A second illustration: "Whoever believes and lives in the U.S. will be saved, but whoever does not believe will be condemned." This statement is 100% true. All Americans who believe in Jesus will be saved. However, we cannot say that only believers in America are saved and if a person does not live in the U.S., then s/he cannot be saved. To do so would be an example of the "negative inference" fallacy.
While the second half of the passage in Mark 16:16 affirms the negative "he who does not believe ", it does not affirm the negative supposition for baptism. It does not say, "he who is not baptized will not be saved." For us to infer such is an unwarranted assumption with no Scriptural support.
The passage states a fact that baptized believers will be saved. It says nothing, however, about believers who have not been baptized.
The Bible clearly teaches, and we can say with absolute assurance, that belief is both a condition and a requirement. However, we cannot say the same about the act of baptism. Nowhere in Scripture does it say if a person is not baptized, then s/he is not saved. While we can attach any number of conditions to the requirement of faith, the person is still saved whether they meet any one or more conditions that relate to salvation. As such, no one can state with absolute assurance and authority that baptism is necessary for salvation.
Before we dismiss this all-important question/concern/controversy, let's examine other Scripture references that tell us plainly and conclusively the requirement(s) for salvation.
The above Scripture references most assuredly affirm that faith is a requirement for salvation. However, there is no indication in any of those verses that anything else is required. Doesn't it stand to reason that, if baptism were a requirement for salvation, Jesus and the Apostles Paul, John, and Peter would have said so? Would they really neglect so great an issue when people's eternal souls were involved? I seriously doubt it.
At the heart of the matter is the question: Does "for" mean "in order to receive" or does it mean "because of"? I take aspirin for a headache or cough medicine for a cold and cough. Am I taking these in order to get a headache or cold? Or, am I taking them because I already have a headache or cold?
As we have already discussed in this lesson, we can only discern what an isolated verse of Scripture teaches by filtering it through other passages on the same subject. We already know, too, that the Bible teaches salvation is by grace through faith in Jesus Christ, not by works of any kind which would include the work of baptism (cf. Ephesians 2:8-9).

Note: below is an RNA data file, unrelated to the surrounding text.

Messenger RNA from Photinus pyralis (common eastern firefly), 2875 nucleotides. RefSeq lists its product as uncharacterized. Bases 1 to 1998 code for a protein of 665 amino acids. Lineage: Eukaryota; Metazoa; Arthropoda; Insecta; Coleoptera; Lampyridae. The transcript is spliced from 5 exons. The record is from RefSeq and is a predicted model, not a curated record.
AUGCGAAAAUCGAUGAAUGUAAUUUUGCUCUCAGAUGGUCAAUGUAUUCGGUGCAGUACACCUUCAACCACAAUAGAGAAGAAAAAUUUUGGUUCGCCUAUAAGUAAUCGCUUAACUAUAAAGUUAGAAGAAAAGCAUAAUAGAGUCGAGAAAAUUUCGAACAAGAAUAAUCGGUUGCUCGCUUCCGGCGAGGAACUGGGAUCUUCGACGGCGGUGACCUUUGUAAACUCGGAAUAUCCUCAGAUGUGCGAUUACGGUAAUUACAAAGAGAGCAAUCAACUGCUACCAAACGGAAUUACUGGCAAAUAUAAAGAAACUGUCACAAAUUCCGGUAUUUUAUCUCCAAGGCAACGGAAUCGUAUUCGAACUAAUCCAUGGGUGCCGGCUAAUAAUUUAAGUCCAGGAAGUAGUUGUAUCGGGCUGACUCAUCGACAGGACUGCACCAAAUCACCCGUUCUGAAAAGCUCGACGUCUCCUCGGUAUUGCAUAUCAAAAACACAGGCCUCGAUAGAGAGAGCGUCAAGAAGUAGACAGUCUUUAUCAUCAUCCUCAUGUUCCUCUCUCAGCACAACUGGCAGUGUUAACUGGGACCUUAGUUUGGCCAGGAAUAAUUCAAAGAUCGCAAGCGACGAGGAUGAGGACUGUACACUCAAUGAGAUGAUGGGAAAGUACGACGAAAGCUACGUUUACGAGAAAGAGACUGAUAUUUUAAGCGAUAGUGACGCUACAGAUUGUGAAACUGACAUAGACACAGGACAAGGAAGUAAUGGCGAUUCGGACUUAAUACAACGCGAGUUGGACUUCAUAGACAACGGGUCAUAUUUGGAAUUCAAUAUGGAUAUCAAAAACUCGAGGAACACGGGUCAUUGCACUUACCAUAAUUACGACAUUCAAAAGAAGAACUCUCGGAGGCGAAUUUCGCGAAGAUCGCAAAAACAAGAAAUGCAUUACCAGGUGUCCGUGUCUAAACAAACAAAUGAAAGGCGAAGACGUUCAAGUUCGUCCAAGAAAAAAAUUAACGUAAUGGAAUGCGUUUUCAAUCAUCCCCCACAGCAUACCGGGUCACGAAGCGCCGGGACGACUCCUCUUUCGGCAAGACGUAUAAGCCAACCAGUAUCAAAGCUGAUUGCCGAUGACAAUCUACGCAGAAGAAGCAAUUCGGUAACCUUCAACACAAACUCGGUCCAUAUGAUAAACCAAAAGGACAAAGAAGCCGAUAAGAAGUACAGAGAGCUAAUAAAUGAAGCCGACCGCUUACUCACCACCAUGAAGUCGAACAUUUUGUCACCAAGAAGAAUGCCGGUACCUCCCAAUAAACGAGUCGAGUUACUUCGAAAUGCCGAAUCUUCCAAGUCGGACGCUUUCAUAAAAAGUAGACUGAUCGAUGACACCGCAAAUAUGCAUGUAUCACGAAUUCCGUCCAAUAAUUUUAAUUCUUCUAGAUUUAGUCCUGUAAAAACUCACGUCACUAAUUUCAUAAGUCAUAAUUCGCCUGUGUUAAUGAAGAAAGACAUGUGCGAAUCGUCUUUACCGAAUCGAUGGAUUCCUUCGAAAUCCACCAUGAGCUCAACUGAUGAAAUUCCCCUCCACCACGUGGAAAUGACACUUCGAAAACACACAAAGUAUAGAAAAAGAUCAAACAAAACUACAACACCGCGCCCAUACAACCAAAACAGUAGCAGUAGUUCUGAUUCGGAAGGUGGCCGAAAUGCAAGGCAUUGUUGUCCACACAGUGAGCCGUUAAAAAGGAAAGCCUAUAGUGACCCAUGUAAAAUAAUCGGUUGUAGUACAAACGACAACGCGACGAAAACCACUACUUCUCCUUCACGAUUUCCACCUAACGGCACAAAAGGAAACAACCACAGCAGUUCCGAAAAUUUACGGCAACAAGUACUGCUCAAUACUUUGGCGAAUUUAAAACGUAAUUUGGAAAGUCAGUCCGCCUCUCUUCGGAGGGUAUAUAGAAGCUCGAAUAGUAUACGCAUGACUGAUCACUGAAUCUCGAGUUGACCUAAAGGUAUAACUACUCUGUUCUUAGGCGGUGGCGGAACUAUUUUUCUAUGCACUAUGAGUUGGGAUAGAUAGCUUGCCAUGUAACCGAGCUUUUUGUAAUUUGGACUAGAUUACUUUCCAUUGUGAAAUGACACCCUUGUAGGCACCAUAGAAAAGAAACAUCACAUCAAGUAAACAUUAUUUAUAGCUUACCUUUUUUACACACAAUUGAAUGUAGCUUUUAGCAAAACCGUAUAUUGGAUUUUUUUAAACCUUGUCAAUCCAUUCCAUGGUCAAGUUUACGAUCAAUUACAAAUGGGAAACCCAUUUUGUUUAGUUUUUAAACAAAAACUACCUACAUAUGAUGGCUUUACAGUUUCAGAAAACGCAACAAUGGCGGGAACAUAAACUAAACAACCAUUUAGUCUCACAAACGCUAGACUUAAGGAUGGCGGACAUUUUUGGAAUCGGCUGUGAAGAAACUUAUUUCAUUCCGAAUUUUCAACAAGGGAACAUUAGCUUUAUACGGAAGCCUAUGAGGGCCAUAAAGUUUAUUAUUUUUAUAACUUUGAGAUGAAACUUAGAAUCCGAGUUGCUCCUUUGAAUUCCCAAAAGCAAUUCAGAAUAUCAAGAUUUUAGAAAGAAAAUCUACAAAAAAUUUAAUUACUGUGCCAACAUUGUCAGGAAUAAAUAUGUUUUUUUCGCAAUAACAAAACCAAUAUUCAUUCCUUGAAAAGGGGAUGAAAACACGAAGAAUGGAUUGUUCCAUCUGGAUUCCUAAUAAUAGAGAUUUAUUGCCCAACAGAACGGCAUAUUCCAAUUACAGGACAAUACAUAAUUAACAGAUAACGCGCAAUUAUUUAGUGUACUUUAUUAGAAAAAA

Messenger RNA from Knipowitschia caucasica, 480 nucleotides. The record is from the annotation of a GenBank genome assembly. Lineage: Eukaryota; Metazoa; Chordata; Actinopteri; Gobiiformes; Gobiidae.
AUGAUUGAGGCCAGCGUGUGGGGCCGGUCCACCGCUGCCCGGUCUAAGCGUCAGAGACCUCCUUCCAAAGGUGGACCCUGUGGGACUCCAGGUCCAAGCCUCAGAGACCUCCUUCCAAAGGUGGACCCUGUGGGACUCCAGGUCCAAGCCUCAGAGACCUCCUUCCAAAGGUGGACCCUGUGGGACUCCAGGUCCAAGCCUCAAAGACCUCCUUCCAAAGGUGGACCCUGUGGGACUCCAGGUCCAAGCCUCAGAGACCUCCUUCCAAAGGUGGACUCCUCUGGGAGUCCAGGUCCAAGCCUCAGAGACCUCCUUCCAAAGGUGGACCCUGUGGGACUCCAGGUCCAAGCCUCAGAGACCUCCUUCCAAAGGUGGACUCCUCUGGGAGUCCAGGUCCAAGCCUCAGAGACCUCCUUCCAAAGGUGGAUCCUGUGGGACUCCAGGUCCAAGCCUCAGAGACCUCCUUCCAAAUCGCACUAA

This verse in Acts, however, deserves a closer look and a breaking down of all segments to be sure we have a full understanding of what Peter said and what God intends. It definitely seems to say "be baptized . . . for the forgiveness [in order to be forgiven] of your sins."
This passage uses the Greek word eis which is translated "for" here and is also translated "at" in other passages. Those who hold to the belief that baptism is required for salvation assume the word translated "for" in this verse means "in order to receive or get". However, in both English and in Greek, there are three possible meanings of the word "for":
Since any one of the three meanings listed above could fit the context of Acts 2:38, we need to study further to determine which one is correct.
Let's look at how the preposition "eis" is used in another unrelated Scripture. Jesus said in Matthew 12:41, "The men of Nineveh will rise up at the judgment with this generation and condemn it, for they repented at the preaching of Jonah, and behold, something greater than Jonah is here." Here, "eis" is translated "at", which means "as a result of". (emphasis added)
So, clearly, the interpretation of this passage is that they repented "because of" or "as a result of" Jonah's preaching, not "in order for Jonah to preach" (ludicrous, I know, but I felt I needed to say it in order to make my point crystal clear). In the same way, Acts 2:38 may well communicate that the people would be baptized "as a result of" or "because" they had believed. Furthermore, this interpretation is consistent with Peter's next two messages in Acts where he associated forgiveness of sins with only the act of repentance and faith in Christ. In both of those instances, Peter never mentioned baptism (cf. Acts 3:17-26; 4:8-12). Question: If water baptism were indeed a requirement for salvation, can we presume that Peter would carelessly neglect that instruction on other occasions and put people's eternal souls at risk? Of course not!
Noted Greek scholars A.T. Robertson and J.R. Mantey also support the premise that the Greek preposition "eis" in Acts 2:38 should be translated "because of" or "in view of", not "in order to" or "for the purpose of".
Some other passages about salvation that do not mention baptism are: